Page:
Tuesday, November 23, 2010

A brief review of attempts to build biomass plants in Western Massachusetts. What can we learn from this?

Susan Dunn writes:
I just heard on NPR that there is going to be the exact same kind of Biomass woodburning plant in Springfield as the one proposed in Pownal, and that the head of the 
Massachusetts Environmental Agency declined to do a full environmental review. And Springfield residents already seem to have a disproportionate number of asthma patients. It's totally outrageous.  Here's the story on WFCR:
Below, some articles on the Springfield proposal, and others in the region, taken from the above WFCR website.  Note the dates and the progression of community activism throughout the last two years on this issue.  Also note that the media, especially radio and the newspapers, have followed this issue closely.  We should work to get the same media attention in our region.  Finally, note the role being played by local and state officials and the MA legislature and governor.
Residents to Sue State Over Environmental Impact of Proposed Greenfield Biomass Plant
(wfcr) - A group of Franklin County residents are planning to sue the state, over its failure to require a proposed biomass plant in Greenfield to file an environmental impact report. WFCR's Tina Antolini reports. © Copyright 2010, wfcr
Biomass Plant Opposed in Greenfield 
(wfcr) - An industrial company in Greenfield, Massachusetts is planning to fight a proposal to build a biomass plant in town. WFCR Intern Adam Alfandary reports. © Copyright 2010, wfcr
Sorting the "Grassroots" from the "Astroturf" with Biomass Citizens Groups
(wfcr) - Some grassroots groups may have their roots elsewhere... A Boston Globe report this week revealed that a community group that's been organizing in support of a proposed biomass power plant in Russell, Massachusetts was founded with the help of a consulting firm hired by the plant's developer. Russell First is made up of local residents, but Globe environmental reporter Beth Daley told WFCR's Tina Antolini she noticed something that struck her as a little out of the ordinary, when reporting more generally about the pros and cons of Russell Biomass.

To read Beth Daley's report "Power Plant Developer Financed Citizen's Group Activity," go here:

© Copyright 2010, wfcr
Focus: Western New England: Biomass Energy
(wfcr) - Who isn't in search of clean, cheap energy? Policy makers, residents and investors around the region are, and they are taking a close look at biomass energy, that is, burning low-grade wood or other plant materials for high-tech electricity generation.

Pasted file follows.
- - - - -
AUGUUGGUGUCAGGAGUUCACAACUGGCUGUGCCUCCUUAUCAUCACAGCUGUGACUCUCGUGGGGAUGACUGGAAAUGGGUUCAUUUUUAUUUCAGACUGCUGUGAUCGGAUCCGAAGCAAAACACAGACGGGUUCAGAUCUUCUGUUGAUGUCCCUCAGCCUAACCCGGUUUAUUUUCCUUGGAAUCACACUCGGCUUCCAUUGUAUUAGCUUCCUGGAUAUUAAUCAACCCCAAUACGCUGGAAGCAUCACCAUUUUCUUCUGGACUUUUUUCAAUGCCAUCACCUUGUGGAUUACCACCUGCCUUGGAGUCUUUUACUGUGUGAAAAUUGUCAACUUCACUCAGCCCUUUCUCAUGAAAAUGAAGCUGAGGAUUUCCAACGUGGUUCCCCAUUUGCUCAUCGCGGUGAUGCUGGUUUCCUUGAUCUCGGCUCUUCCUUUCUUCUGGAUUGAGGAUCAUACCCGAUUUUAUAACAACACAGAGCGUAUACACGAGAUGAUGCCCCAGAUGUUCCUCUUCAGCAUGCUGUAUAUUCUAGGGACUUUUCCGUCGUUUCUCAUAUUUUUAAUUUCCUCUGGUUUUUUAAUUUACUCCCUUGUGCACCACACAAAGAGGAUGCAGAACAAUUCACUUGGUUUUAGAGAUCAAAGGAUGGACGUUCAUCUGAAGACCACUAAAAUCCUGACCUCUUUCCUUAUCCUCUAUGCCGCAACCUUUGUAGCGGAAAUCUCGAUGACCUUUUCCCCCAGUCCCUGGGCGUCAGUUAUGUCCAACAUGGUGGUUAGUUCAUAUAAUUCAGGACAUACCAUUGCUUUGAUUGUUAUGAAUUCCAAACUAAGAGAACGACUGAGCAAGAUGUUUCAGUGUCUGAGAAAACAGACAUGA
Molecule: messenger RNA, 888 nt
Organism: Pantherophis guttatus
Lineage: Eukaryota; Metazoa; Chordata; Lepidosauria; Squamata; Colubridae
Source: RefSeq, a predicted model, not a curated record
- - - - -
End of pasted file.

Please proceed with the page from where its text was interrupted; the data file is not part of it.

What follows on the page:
There are three large-scale biomass plants proposed for western Massachusetts, in Springfield, Greenfield, and Russell. Together they could provide electricity for as many as 135,000 homes, help the state meet goals for renewable energy, and create jobs. But they could also change the character of the region's woodlands, send numerous trucks through residential neighborhoods and emit toxins into the air. And there is little consensus on just how "renewable" the resource is. These are some of the questions about biomass we'll explore in this half hour of Focus Western New England.
© Copyright 2010, wfcr
Biomass Studies and Opposition
(wfcr) - Several studies commissioned by the Mayor of Greenfield, Massachusetts have turned out a positive review for a proposed biomass power plant in the Franklin County seat. But, as WFCR's Tina Antolini reports, the plant's opponents say a new international study adds fuel to their concerns. © Copyright 2010, wfcr
Biomass Hearing
(wfcr) - A Massachusetts legislative committee is scheduled to hold a public hearing on a proposal that would ban the use of construction and demolition debris in wood burning power plants. WFCR's Kari Njiiri reports. © Copyright 2010, wfcr
Coalition Opposing Biomass
(wfcr) - A coalition of groups opposed to biomass plants says they have gathered enough signatures to place a question on next November's Massachusetts state ballot.